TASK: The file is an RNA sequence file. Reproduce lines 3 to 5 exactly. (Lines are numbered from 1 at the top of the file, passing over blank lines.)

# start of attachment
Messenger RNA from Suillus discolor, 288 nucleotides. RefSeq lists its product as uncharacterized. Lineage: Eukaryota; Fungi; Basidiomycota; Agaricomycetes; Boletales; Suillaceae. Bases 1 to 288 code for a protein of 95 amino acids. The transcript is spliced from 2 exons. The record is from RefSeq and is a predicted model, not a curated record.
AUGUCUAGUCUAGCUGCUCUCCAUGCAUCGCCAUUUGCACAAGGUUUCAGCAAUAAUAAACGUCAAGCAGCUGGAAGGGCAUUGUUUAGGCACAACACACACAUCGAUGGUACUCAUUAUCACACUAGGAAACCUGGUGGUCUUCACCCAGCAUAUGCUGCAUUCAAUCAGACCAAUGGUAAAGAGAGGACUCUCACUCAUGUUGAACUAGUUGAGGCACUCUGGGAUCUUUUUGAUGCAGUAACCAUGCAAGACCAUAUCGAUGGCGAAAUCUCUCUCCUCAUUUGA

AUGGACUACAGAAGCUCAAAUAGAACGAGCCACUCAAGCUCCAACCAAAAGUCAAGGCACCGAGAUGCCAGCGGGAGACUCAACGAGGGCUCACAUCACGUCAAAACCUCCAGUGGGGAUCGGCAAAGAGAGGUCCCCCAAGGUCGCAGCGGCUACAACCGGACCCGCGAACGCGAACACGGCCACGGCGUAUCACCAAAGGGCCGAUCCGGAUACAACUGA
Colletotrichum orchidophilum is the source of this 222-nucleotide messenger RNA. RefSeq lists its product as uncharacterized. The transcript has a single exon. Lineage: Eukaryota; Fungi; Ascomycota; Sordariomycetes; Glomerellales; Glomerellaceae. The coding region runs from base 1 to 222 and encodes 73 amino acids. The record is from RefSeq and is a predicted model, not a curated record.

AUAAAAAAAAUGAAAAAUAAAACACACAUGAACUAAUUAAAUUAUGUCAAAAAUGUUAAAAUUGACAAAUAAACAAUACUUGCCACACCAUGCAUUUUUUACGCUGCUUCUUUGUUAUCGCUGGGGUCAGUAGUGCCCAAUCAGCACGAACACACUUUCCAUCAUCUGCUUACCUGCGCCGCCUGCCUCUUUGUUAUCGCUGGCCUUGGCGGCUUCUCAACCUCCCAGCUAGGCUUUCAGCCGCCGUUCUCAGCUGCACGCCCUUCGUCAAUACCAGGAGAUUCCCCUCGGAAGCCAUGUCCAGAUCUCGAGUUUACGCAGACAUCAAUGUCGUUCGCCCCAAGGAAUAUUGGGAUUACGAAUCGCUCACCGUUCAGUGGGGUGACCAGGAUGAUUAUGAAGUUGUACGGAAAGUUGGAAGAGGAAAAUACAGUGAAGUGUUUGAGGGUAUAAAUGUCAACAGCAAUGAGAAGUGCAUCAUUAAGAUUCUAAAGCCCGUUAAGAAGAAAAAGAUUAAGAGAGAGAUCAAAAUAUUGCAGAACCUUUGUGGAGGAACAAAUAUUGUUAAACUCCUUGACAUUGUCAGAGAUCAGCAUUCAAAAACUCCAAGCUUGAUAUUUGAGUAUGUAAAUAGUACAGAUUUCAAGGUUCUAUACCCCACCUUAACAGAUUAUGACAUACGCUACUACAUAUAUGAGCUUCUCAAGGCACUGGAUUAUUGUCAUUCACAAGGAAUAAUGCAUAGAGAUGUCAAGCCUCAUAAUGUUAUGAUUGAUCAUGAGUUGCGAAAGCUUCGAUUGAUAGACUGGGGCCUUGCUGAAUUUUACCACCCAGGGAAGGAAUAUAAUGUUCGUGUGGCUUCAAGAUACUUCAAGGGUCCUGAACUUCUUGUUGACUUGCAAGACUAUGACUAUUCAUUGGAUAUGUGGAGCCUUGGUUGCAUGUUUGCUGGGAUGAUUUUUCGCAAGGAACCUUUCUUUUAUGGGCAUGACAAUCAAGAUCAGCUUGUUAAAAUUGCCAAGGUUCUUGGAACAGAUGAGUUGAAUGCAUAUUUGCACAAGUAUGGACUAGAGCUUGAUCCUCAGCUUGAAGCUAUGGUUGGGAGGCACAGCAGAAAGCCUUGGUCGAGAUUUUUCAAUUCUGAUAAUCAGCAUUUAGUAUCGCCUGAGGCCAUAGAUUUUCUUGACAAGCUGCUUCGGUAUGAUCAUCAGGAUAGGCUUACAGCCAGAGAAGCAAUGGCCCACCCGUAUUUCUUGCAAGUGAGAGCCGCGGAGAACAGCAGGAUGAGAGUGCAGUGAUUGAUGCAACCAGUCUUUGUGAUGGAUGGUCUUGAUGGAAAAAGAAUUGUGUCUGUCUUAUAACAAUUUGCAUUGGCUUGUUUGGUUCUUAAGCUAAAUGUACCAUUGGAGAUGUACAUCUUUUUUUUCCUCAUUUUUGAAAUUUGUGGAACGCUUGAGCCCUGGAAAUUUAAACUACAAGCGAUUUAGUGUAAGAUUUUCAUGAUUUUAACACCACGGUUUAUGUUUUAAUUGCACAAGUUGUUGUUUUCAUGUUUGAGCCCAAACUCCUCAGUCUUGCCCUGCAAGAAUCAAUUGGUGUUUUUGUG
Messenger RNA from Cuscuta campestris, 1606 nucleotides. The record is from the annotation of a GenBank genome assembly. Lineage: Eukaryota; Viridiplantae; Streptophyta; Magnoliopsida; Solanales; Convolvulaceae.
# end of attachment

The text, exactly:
AUGGACUACAGAAGCUCAAAUAGAACGAGCCACUCAAGCUCCAACCAAAAGUCAAGGCACCGAGAUGCCAGCGGGAGACUCAACGAGGGCUCACAUCACGUCAAAACCUCCAGUGGGGAUCGGCAAAGAGAGGUCCCCCAAGGUCGCAGCGGCUACAACCGGACCCGCGAACGCGAACACGGCCACGGCGUAUCACCAAAGGGCCGAUCCGGAUACAACUGA
Colletotrichum orchidophilum is the source of this 222-nucleotide messenger RNA. RefSeq lists its product as uncharacterized. The transcript has a single exon. Lineage: Eukaryota; Fungi; Ascomycota; Sordariomycetes; Glomerellales; Glomerellaceae. The coding region runs from base 1 to 222 and encodes 73 amino acids. The record is from RefSeq and is a predicted model, not a curated record.

AUAAAAAAAAUGAAAAAUAAAACACACAUGAACUAAUUAAAUUAUGUCAAAAAUGUUAAAAUUGACAAAUAAACAAUACUUGCCACACCAUGCAUUUUUUACGCUGCUUCUUUGUUAUCGCUGGGGUCAGUAGUGCCCAAUCAGCACGAACACACUUUCCAUCAUCUGCUUACCUGCGCCGCCUGCCUCUUUGUUAUCGCUGGCCUUGGCGGCUUCUCAACCUCCCAGCUAGGCUUUCAGCCGCCGUUCUCAGCUGCACGCCCUUCGUCAAUACCAGGAGAUUCCCCUCGGAAGCCAUGUCCAGAUCUCGAGUUUACGCAGACAUCAAUGUCGUUCGCCCCAAGGAAUAUUGGGAUUACGAAUCGCUCACCGUUCAGUGGGGUGACCAGGAUGAUUAUGAAGUUGUACGGAAAGUUGGAAGAGGAAAAUACAGUGAAGUGUUUGAGGGUAUAAAUGUCAACAGCAAUGAGAAGUGCAUCAUUAAGAUUCUAAAGCCCGUUAAGAAGAAAAAGAUUAAGAGAGAGAUCAAAAUAUUGCAGAACCUUUGUGGAGGAACAAAUAUUGUUAAACUCCUUGACAUUGUCAGAGAUCAGCAUUCAAAAACUCCAAGCUUGAUAUUUGAGUAUGUAAAUAGUACAGAUUUCAAGGUUCUAUACCCCACCUUAACAGAUUAUGACAUACGCUACUACAUAUAUGAGCUUCUCAAGGCACUGGAUUAUUGUCAUUCACAAGGAAUAAUGCAUAGAGAUGUCAAGCCUCAUAAUGUUAUGAUUGAUCAUGAGUUGCGAAAGCUUCGAUUGAUAGACUGGGGCCUUGCUGAAUUUUACCACCCAGGGAAGGAAUAUAAUGUUCGUGUGGCUUCAAGAUACUUCAAGGGUCCUGAACUUCUUGUUGACUUGCAAGACUAUGACUAUUCAUUGGAUAUGUGGAGCCUUGGUUGCAUGUUUGCUGGGAUGAUUUUUCGCAAGGAACCUUUCUUUUAUGGGCAUGACAAUCAAGAUCAGCUUGUUAAAAUUGCCAAGGUUCUUGGAACAGAUGAGUUGAAUGCAUAUUUGCACAAGUAUGGACUAGAGCUUGAUCCUCAGCUUGAAGCUAUGGUUGGGAGGCACAGCAGAAAGCCUUGGUCGAGAUUUUUCAAUUCUGAUAAUCAGCAUUUAGUAUCGCCUGAGGCCAUAGAUUUUCUUGACAAGCUGCUUCGGUAUGAUCAUCAGGAUAGGCUUACAGCCAGAGAAGCAAUGGCCCACCCGUAUUUCUUGCAAGUGAGAGCCGCGGAGAACAGCAGGAUGAGAGUGCAGUGAUUGAUGCAACCAGUCUUUGUGAUGGAUGGUCUUGAUGGAAAAAGAAUUGUGUCUGUCUUAUAACAAUUUGCAUUGGCUUGUUUGGUUCUUAAGCUAAAUGUACCAUUGGAGAUGUACAUCUUUUUUUUCCUCAUUUUUGAAAUUUGUGGAACGCUUGAGCCCUGGAAAUUUAAACUACAAGCGAUUUAGUGUAAGAUUUUCAUGAUUUUAACACCACGGUUUAUGUUUUAAUUGCACAAGUUGUUGUUUUCAUGUUUGAGCCCAAACUCCUCAGUCUUGCCCUGCAAGAAUCAAUUGGUGUUUUUGUG